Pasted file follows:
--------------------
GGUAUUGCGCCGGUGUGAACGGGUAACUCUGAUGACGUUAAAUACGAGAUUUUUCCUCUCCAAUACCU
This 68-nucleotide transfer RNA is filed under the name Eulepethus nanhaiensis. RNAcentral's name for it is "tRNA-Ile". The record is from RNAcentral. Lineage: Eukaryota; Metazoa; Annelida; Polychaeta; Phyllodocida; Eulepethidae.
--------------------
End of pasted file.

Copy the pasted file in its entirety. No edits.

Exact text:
GGUAUUGCGCCGGUGUGAACGGGUAACUCUGAUGACGUUAAAUACGAGAUUUUUCCUCUCCAAUACCU
This 68-nucleotide transfer RNA is filed under the name Eulepethus nanhaiensis. RNAcentral's name for it is "tRNA-Ile". The record is from RNAcentral. Lineage: Eukaryota; Metazoa; Annelida; Polychaeta; Phyllodocida; Eulepethidae.